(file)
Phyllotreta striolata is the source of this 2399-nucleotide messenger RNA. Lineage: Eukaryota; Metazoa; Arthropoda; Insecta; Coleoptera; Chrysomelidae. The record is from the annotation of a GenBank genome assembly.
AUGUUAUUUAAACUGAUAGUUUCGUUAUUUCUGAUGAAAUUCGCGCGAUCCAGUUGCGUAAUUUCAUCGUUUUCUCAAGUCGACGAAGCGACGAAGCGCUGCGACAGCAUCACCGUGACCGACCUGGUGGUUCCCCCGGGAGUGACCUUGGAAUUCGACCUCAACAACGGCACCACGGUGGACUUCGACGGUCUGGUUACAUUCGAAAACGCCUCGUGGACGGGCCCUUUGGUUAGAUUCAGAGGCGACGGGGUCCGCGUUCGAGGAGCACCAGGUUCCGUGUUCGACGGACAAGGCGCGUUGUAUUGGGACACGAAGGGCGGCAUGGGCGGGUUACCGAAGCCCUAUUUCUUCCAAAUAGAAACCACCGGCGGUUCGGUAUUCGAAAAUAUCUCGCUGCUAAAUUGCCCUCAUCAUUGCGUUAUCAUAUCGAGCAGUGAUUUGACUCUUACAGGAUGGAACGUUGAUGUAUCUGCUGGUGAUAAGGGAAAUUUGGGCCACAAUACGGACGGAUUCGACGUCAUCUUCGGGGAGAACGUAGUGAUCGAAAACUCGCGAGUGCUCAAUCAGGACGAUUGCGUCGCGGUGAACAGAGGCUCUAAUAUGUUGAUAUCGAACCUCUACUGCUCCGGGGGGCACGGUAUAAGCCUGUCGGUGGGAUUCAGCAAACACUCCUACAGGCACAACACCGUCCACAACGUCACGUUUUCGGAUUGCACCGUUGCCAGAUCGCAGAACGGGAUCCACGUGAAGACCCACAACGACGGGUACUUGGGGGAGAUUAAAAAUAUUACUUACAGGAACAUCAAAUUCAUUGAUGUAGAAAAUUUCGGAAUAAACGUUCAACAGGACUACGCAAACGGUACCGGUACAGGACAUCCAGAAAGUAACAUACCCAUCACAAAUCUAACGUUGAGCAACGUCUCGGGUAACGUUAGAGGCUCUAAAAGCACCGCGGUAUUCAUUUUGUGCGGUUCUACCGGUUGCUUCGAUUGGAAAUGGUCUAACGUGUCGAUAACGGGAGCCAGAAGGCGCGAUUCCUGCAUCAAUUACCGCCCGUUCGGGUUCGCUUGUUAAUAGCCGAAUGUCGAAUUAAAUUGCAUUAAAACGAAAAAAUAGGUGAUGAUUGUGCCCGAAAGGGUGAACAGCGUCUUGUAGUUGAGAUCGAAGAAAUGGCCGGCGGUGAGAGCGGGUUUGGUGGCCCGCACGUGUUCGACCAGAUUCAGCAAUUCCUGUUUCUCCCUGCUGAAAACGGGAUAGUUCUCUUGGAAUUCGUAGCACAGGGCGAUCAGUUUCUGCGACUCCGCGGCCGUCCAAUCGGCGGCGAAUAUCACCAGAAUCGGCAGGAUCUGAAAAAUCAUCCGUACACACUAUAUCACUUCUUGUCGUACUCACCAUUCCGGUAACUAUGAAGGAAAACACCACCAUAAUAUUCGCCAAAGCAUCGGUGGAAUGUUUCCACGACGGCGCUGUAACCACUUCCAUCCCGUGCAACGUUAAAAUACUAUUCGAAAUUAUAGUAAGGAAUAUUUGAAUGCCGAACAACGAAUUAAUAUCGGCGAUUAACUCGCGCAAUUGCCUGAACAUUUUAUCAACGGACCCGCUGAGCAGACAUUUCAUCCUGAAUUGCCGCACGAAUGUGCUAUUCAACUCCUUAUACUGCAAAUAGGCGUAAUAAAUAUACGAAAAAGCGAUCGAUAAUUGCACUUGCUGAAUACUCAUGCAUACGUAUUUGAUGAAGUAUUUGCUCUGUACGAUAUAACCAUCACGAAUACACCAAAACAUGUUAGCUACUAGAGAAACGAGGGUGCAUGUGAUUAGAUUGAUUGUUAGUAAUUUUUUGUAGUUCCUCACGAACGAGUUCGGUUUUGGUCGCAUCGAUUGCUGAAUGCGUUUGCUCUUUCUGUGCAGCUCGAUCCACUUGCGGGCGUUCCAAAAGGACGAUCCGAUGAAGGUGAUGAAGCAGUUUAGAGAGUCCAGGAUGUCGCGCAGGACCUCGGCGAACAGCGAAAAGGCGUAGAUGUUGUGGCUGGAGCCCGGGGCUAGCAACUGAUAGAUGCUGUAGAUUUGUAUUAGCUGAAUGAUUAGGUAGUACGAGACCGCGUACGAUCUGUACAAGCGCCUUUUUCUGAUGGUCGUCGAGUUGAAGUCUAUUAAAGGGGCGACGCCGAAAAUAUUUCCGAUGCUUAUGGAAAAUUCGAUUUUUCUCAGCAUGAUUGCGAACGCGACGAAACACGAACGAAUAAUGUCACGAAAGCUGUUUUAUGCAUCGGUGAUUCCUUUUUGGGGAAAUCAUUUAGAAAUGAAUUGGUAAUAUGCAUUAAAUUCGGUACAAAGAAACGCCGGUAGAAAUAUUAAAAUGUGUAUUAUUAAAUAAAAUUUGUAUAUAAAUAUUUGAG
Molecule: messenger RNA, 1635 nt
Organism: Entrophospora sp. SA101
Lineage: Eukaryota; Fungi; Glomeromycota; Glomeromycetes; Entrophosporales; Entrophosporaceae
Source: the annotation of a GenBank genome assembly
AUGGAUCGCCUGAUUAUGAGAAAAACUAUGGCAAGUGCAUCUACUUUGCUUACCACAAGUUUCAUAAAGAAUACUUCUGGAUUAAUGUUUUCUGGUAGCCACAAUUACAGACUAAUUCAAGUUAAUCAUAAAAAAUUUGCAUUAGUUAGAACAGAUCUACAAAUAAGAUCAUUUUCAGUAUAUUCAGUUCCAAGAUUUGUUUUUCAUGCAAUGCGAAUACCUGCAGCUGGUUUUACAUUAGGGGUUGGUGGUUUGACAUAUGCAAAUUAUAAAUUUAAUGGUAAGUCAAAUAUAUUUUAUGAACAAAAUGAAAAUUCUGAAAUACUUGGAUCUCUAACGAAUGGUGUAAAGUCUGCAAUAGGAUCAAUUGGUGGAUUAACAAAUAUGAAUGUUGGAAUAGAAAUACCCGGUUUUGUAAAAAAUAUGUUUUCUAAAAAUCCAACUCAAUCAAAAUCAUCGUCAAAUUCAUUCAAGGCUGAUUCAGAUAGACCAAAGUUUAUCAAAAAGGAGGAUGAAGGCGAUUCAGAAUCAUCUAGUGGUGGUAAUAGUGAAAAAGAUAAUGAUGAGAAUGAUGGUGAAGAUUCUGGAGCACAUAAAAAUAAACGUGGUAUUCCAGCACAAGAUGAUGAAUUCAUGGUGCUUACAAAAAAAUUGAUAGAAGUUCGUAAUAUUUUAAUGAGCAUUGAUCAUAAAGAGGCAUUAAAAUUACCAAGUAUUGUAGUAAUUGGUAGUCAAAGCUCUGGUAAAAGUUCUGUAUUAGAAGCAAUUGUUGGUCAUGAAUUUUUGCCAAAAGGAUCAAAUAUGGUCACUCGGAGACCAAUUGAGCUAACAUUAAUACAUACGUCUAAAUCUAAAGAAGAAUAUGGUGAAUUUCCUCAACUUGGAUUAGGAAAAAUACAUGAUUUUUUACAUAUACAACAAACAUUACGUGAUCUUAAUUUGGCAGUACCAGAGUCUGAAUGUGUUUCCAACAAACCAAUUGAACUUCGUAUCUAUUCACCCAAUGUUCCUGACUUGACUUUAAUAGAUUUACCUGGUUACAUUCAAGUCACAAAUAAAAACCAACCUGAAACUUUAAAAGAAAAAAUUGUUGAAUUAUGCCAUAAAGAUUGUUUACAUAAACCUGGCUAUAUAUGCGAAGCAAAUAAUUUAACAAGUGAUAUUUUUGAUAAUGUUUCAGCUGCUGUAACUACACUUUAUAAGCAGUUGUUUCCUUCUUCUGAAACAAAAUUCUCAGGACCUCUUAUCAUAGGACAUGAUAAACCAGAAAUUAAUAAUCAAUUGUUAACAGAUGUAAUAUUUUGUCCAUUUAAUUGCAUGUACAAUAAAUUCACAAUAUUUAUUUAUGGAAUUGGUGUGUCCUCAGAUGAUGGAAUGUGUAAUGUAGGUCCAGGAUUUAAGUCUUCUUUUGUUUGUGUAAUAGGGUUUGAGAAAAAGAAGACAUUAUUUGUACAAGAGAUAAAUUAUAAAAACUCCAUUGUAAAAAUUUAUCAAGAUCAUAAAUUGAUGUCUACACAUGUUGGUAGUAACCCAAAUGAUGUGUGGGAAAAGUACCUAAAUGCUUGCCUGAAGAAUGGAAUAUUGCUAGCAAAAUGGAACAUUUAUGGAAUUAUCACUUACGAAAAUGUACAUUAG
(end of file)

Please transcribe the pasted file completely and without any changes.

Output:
Phyllotreta striolata is the source of this 2399-nucleotide messenger RNA. Lineage: Eukaryota; Metazoa; Arthropoda; Insecta; Coleoptera; Chrysomelidae. The record is from the annotation of a GenBank genome assembly.
AUGUUAUUUAAACUGAUAGUUUCGUUAUUUCUGAUGAAAUUCGCGCGAUCCAGUUGCGUAAUUUCAUCGUUUUCUCAAGUCGACGAAGCGACGAAGCGCUGCGACAGCAUCACCGUGACCGACCUGGUGGUUCCCCCGGGAGUGACCUUGGAAUUCGACCUCAACAACGGCACCACGGUGGACUUCGACGGUCUGGUUACAUUCGAAAACGCCUCGUGGACGGGCCCUUUGGUUAGAUUCAGAGGCGACGGGGUCCGCGUUCGAGGAGCACCAGGUUCCGUGUUCGACGGACAAGGCGCGUUGUAUUGGGACACGAAGGGCGGCAUGGGCGGGUUACCGAAGCCCUAUUUCUUCCAAAUAGAAACCACCGGCGGUUCGGUAUUCGAAAAUAUCUCGCUGCUAAAUUGCCCUCAUCAUUGCGUUAUCAUAUCGAGCAGUGAUUUGACUCUUACAGGAUGGAACGUUGAUGUAUCUGCUGGUGAUAAGGGAAAUUUGGGCCACAAUACGGACGGAUUCGACGUCAUCUUCGGGGAGAACGUAGUGAUCGAAAACUCGCGAGUGCUCAAUCAGGACGAUUGCGUCGCGGUGAACAGAGGCUCUAAUAUGUUGAUAUCGAACCUCUACUGCUCCGGGGGGCACGGUAUAAGCCUGUCGGUGGGAUUCAGCAAACACUCCUACAGGCACAACACCGUCCACAACGUCACGUUUUCGGAUUGCACCGUUGCCAGAUCGCAGAACGGGAUCCACGUGAAGACCCACAACGACGGGUACUUGGGGGAGAUUAAAAAUAUUACUUACAGGAACAUCAAAUUCAUUGAUGUAGAAAAUUUCGGAAUAAACGUUCAACAGGACUACGCAAACGGUACCGGUACAGGACAUCCAGAAAGUAACAUACCCAUCACAAAUCUAACGUUGAGCAACGUCUCGGGUAACGUUAGAGGCUCUAAAAGCACCGCGGUAUUCAUUUUGUGCGGUUCUACCGGUUGCUUCGAUUGGAAAUGGUCUAACGUGUCGAUAACGGGAGCCAGAAGGCGCGAUUCCUGCAUCAAUUACCGCCCGUUCGGGUUCGCUUGUUAAUAGCCGAAUGUCGAAUUAAAUUGCAUUAAAACGAAAAAAUAGGUGAUGAUUGUGCCCGAAAGGGUGAACAGCGUCUUGUAGUUGAGAUCGAAGAAAUGGCCGGCGGUGAGAGCGGGUUUGGUGGCCCGCACGUGUUCGACCAGAUUCAGCAAUUCCUGUUUCUCCCUGCUGAAAACGGGAUAGUUCUCUUGGAAUUCGUAGCACAGGGCGAUCAGUUUCUGCGACUCCGCGGCCGUCCAAUCGGCGGCGAAUAUCACCAGAAUCGGCAGGAUCUGAAAAAUCAUCCGUACACACUAUAUCACUUCUUGUCGUACUCACCAUUCCGGUAACUAUGAAGGAAAACACCACCAUAAUAUUCGCCAAAGCAUCGGUGGAAUGUUUCCACGACGGCGCUGUAACCACUUCCAUCCCGUGCAACGUUAAAAUACUAUUCGAAAUUAUAGUAAGGAAUAUUUGAAUGCCGAACAACGAAUUAAUAUCGGCGAUUAACUCGCGCAAUUGCCUGAACAUUUUAUCAACGGACCCGCUGAGCAGACAUUUCAUCCUGAAUUGCCGCACGAAUGUGCUAUUCAACUCCUUAUACUGCAAAUAGGCGUAAUAAAUAUACGAAAAAGCGAUCGAUAAUUGCACUUGCUGAAUACUCAUGCAUACGUAUUUGAUGAAGUAUUUGCUCUGUACGAUAUAACCAUCACGAAUACACCAAAACAUGUUAGCUACUAGAGAAACGAGGGUGCAUGUGAUUAGAUUGAUUGUUAGUAAUUUUUUGUAGUUCCUCACGAACGAGUUCGGUUUUGGUCGCAUCGAUUGCUGAAUGCGUUUGCUCUUUCUGUGCAGCUCGAUCCACUUGCGGGCGUUCCAAAAGGACGAUCCGAUGAAGGUGAUGAAGCAGUUUAGAGAGUCCAGGAUGUCGCGCAGGACCUCGGCGAACAGCGAAAAGGCGUAGAUGUUGUGGCUGGAGCCCGGGGCUAGCAACUGAUAGAUGCUGUAGAUUUGUAUUAGCUGAAUGAUUAGGUAGUACGAGACCGCGUACGAUCUGUACAAGCGCCUUUUUCUGAUGGUCGUCGAGUUGAAGUCUAUUAAAGGGGCGACGCCGAAAAUAUUUCCGAUGCUUAUGGAAAAUUCGAUUUUUCUCAGCAUGAUUGCGAACGCGACGAAACACGAACGAAUAAUGUCACGAAAGCUGUUUUAUGCAUCGGUGAUUCCUUUUUGGGGAAAUCAUUUAGAAAUGAAUUGGUAAUAUGCAUUAAAUUCGGUACAAAGAAACGCCGGUAGAAAUAUUAAAAUGUGUAUUAUUAAAUAAAAUUUGUAUAUAAAUAUUUGAG
Molecule: messenger RNA, 1635 nt
Organism: Entrophospora sp. SA101
Lineage: Eukaryota; Fungi; Glomeromycota; Glomeromycetes; Entrophosporales; Entrophosporaceae
Source: the annotation of a GenBank genome assembly
AUGGAUCGCCUGAUUAUGAGAAAAACUAUGGCAAGUGCAUCUACUUUGCUUACCACAAGUUUCAUAAAGAAUACUUCUGGAUUAAUGUUUUCUGGUAGCCACAAUUACAGACUAAUUCAAGUUAAUCAUAAAAAAUUUGCAUUAGUUAGAACAGAUCUACAAAUAAGAUCAUUUUCAGUAUAUUCAGUUCCAAGAUUUGUUUUUCAUGCAAUGCGAAUACCUGCAGCUGGUUUUACAUUAGGGGUUGGUGGUUUGACAUAUGCAAAUUAUAAAUUUAAUGGUAAGUCAAAUAUAUUUUAUGAACAAAAUGAAAAUUCUGAAAUACUUGGAUCUCUAACGAAUGGUGUAAAGUCUGCAAUAGGAUCAAUUGGUGGAUUAACAAAUAUGAAUGUUGGAAUAGAAAUACCCGGUUUUGUAAAAAAUAUGUUUUCUAAAAAUCCAACUCAAUCAAAAUCAUCGUCAAAUUCAUUCAAGGCUGAUUCAGAUAGACCAAAGUUUAUCAAAAAGGAGGAUGAAGGCGAUUCAGAAUCAUCUAGUGGUGGUAAUAGUGAAAAAGAUAAUGAUGAGAAUGAUGGUGAAGAUUCUGGAGCACAUAAAAAUAAACGUGGUAUUCCAGCACAAGAUGAUGAAUUCAUGGUGCUUACAAAAAAAUUGAUAGAAGUUCGUAAUAUUUUAAUGAGCAUUGAUCAUAAAGAGGCAUUAAAAUUACCAAGUAUUGUAGUAAUUGGUAGUCAAAGCUCUGGUAAAAGUUCUGUAUUAGAAGCAAUUGUUGGUCAUGAAUUUUUGCCAAAAGGAUCAAAUAUGGUCACUCGGAGACCAAUUGAGCUAACAUUAAUACAUACGUCUAAAUCUAAAGAAGAAUAUGGUGAAUUUCCUCAACUUGGAUUAGGAAAAAUACAUGAUUUUUUACAUAUACAACAAACAUUACGUGAUCUUAAUUUGGCAGUACCAGAGUCUGAAUGUGUUUCCAACAAACCAAUUGAACUUCGUAUCUAUUCACCCAAUGUUCCUGACUUGACUUUAAUAGAUUUACCUGGUUACAUUCAAGUCACAAAUAAAAACCAACCUGAAACUUUAAAAGAAAAAAUUGUUGAAUUAUGCCAUAAAGAUUGUUUACAUAAACCUGGCUAUAUAUGCGAAGCAAAUAAUUUAACAAGUGAUAUUUUUGAUAAUGUUUCAGCUGCUGUAACUACACUUUAUAAGCAGUUGUUUCCUUCUUCUGAAACAAAAUUCUCAGGACCUCUUAUCAUAGGACAUGAUAAACCAGAAAUUAAUAAUCAAUUGUUAACAGAUGUAAUAUUUUGUCCAUUUAAUUGCAUGUACAAUAAAUUCACAAUAUUUAUUUAUGGAAUUGGUGUGUCCUCAGAUGAUGGAAUGUGUAAUGUAGGUCCAGGAUUUAAGUCUUCUUUUGUUUGUGUAAUAGGGUUUGAGAAAAAGAAGACAUUAUUUGUACAAGAGAUAAAUUAUAAAAACUCCAUUGUAAAAAUUUAUCAAGAUCAUAAAUUGAUGUCUACACAUGUUGGUAGUAACCCAAAUGAUGUGUGGGAAAAGUACCUAAAUGCUUGCCUGAAGAAUGGAAUAUUGCUAGCAAAAUGGAACAUUUAUGGAAUUAUCACUUACGAAAAUGUACAUUAG